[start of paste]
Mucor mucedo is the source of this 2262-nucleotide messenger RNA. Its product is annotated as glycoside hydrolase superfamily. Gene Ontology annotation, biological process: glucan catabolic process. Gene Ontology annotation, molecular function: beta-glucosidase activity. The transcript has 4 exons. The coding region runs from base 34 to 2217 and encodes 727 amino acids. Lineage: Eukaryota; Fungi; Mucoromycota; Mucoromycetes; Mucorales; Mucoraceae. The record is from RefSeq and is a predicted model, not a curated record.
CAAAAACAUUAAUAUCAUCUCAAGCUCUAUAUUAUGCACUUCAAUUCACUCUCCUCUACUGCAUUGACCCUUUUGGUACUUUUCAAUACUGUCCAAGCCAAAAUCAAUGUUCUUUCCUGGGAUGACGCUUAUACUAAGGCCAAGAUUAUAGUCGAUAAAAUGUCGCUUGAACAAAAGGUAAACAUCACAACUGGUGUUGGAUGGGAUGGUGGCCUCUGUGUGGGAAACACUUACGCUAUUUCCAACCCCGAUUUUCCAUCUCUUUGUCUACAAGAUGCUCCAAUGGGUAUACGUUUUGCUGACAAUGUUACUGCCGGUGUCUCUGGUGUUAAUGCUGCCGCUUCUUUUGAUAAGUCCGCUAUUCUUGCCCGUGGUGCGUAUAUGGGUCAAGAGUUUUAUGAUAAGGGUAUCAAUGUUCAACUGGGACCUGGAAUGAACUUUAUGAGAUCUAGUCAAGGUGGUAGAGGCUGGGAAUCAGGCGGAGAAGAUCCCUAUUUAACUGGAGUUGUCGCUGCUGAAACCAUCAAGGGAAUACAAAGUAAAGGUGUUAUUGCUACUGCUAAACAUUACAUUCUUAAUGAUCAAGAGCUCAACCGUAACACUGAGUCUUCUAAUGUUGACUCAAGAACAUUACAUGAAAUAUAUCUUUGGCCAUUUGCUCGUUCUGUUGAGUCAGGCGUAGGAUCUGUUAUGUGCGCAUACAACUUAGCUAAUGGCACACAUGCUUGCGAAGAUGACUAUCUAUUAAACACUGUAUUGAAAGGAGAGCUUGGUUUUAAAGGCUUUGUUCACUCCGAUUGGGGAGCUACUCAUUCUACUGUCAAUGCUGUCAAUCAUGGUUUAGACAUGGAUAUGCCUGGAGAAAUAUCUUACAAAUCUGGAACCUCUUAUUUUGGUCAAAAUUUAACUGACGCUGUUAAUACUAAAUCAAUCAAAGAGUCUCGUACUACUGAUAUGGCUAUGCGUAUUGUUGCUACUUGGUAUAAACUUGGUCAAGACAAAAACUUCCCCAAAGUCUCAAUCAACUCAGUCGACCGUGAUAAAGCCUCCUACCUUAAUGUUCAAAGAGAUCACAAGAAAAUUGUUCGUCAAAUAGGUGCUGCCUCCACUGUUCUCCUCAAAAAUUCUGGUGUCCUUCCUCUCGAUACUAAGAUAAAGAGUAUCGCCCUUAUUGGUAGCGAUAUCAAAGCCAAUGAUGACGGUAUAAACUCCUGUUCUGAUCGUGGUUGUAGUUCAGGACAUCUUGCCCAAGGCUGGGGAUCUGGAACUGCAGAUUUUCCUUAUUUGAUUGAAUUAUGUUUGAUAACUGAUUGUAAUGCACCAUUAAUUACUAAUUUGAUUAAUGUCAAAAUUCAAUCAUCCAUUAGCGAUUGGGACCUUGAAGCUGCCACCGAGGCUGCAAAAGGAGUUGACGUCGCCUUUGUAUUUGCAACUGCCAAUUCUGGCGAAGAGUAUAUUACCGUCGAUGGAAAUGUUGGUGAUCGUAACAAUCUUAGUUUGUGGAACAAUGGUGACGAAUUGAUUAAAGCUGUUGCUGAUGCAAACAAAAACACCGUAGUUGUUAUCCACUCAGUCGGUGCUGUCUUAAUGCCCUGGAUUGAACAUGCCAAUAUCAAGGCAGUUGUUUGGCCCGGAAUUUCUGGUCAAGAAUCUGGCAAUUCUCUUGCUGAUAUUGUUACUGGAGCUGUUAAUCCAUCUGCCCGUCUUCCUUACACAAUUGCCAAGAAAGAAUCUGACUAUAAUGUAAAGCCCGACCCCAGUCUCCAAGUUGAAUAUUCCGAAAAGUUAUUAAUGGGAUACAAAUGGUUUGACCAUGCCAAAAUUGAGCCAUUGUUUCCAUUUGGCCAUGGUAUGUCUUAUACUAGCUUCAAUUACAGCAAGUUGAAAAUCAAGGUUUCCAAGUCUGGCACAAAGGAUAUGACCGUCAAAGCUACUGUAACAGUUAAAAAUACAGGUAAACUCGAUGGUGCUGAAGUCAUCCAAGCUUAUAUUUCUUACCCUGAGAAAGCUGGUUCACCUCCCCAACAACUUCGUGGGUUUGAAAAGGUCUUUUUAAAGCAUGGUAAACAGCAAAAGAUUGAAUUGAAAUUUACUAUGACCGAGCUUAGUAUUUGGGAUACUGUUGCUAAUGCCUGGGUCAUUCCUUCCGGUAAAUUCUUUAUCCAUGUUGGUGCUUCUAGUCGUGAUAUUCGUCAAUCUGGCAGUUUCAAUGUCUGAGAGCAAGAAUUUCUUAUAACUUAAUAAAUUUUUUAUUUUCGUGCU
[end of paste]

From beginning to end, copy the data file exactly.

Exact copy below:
Mucor mucedo is the source of this 2262-nucleotide messenger RNA. Its product is annotated as glycoside hydrolase superfamily. Gene Ontology annotation, biological process: glucan catabolic process. Gene Ontology annotation, molecular function: beta-glucosidase activity. The transcript has 4 exons. The coding region runs from base 34 to 2217 and encodes 727 amino acids. Lineage: Eukaryota; Fungi; Mucoromycota; Mucoromycetes; Mucorales; Mucoraceae. The record is from RefSeq and is a predicted model, not a curated record.
CAAAAACAUUAAUAUCAUCUCAAGCUCUAUAUUAUGCACUUCAAUUCACUCUCCUCUACUGCAUUGACCCUUUUGGUACUUUUCAAUACUGUCCAAGCCAAAAUCAAUGUUCUUUCCUGGGAUGACGCUUAUACUAAGGCCAAGAUUAUAGUCGAUAAAAUGUCGCUUGAACAAAAGGUAAACAUCACAACUGGUGUUGGAUGGGAUGGUGGCCUCUGUGUGGGAAACACUUACGCUAUUUCCAACCCCGAUUUUCCAUCUCUUUGUCUACAAGAUGCUCCAAUGGGUAUACGUUUUGCUGACAAUGUUACUGCCGGUGUCUCUGGUGUUAAUGCUGCCGCUUCUUUUGAUAAGUCCGCUAUUCUUGCCCGUGGUGCGUAUAUGGGUCAAGAGUUUUAUGAUAAGGGUAUCAAUGUUCAACUGGGACCUGGAAUGAACUUUAUGAGAUCUAGUCAAGGUGGUAGAGGCUGGGAAUCAGGCGGAGAAGAUCCCUAUUUAACUGGAGUUGUCGCUGCUGAAACCAUCAAGGGAAUACAAAGUAAAGGUGUUAUUGCUACUGCUAAACAUUACAUUCUUAAUGAUCAAGAGCUCAACCGUAACACUGAGUCUUCUAAUGUUGACUCAAGAACAUUACAUGAAAUAUAUCUUUGGCCAUUUGCUCGUUCUGUUGAGUCAGGCGUAGGAUCUGUUAUGUGCGCAUACAACUUAGCUAAUGGCACACAUGCUUGCGAAGAUGACUAUCUAUUAAACACUGUAUUGAAAGGAGAGCUUGGUUUUAAAGGCUUUGUUCACUCCGAUUGGGGAGCUACUCAUUCUACUGUCAAUGCUGUCAAUCAUGGUUUAGACAUGGAUAUGCCUGGAGAAAUAUCUUACAAAUCUGGAACCUCUUAUUUUGGUCAAAAUUUAACUGACGCUGUUAAUACUAAAUCAAUCAAAGAGUCUCGUACUACUGAUAUGGCUAUGCGUAUUGUUGCUACUUGGUAUAAACUUGGUCAAGACAAAAACUUCCCCAAAGUCUCAAUCAACUCAGUCGACCGUGAUAAAGCCUCCUACCUUAAUGUUCAAAGAGAUCACAAGAAAAUUGUUCGUCAAAUAGGUGCUGCCUCCACUGUUCUCCUCAAAAAUUCUGGUGUCCUUCCUCUCGAUACUAAGAUAAAGAGUAUCGCCCUUAUUGGUAGCGAUAUCAAAGCCAAUGAUGACGGUAUAAACUCCUGUUCUGAUCGUGGUUGUAGUUCAGGACAUCUUGCCCAAGGCUGGGGAUCUGGAACUGCAGAUUUUCCUUAUUUGAUUGAAUUAUGUUUGAUAACUGAUUGUAAUGCACCAUUAAUUACUAAUUUGAUUAAUGUCAAAAUUCAAUCAUCCAUUAGCGAUUGGGACCUUGAAGCUGCCACCGAGGCUGCAAAAGGAGUUGACGUCGCCUUUGUAUUUGCAACUGCCAAUUCUGGCGAAGAGUAUAUUACCGUCGAUGGAAAUGUUGGUGAUCGUAACAAUCUUAGUUUGUGGAACAAUGGUGACGAAUUGAUUAAAGCUGUUGCUGAUGCAAACAAAAACACCGUAGUUGUUAUCCACUCAGUCGGUGCUGUCUUAAUGCCCUGGAUUGAACAUGCCAAUAUCAAGGCAGUUGUUUGGCCCGGAAUUUCUGGUCAAGAAUCUGGCAAUUCUCUUGCUGAUAUUGUUACUGGAGCUGUUAAUCCAUCUGCCCGUCUUCCUUACACAAUUGCCAAGAAAGAAUCUGACUAUAAUGUAAAGCCCGACCCCAGUCUCCAAGUUGAAUAUUCCGAAAAGUUAUUAAUGGGAUACAAAUGGUUUGACCAUGCCAAAAUUGAGCCAUUGUUUCCAUUUGGCCAUGGUAUGUCUUAUACUAGCUUCAAUUACAGCAAGUUGAAAAUCAAGGUUUCCAAGUCUGGCACAAAGGAUAUGACCGUCAAAGCUACUGUAACAGUUAAAAAUACAGGUAAACUCGAUGGUGCUGAAGUCAUCCAAGCUUAUAUUUCUUACCCUGAGAAAGCUGGUUCACCUCCCCAACAACUUCGUGGGUUUGAAAAGGUCUUUUUAAAGCAUGGUAAACAGCAAAAGAUUGAAUUGAAAUUUACUAUGACCGAGCUUAGUAUUUGGGAUACUGUUGCUAAUGCCUGGGUCAUUCCUUCCGGUAAAUUCUUUAUCCAUGUUGGUGCUUCUAGUCGUGAUAUUCGUCAAUCUGGCAGUUUCAAUGUCUGAGAGCAAGAAUUUCUUAUAACUUAAUAAAUUUUUUAUUUUCGUGCU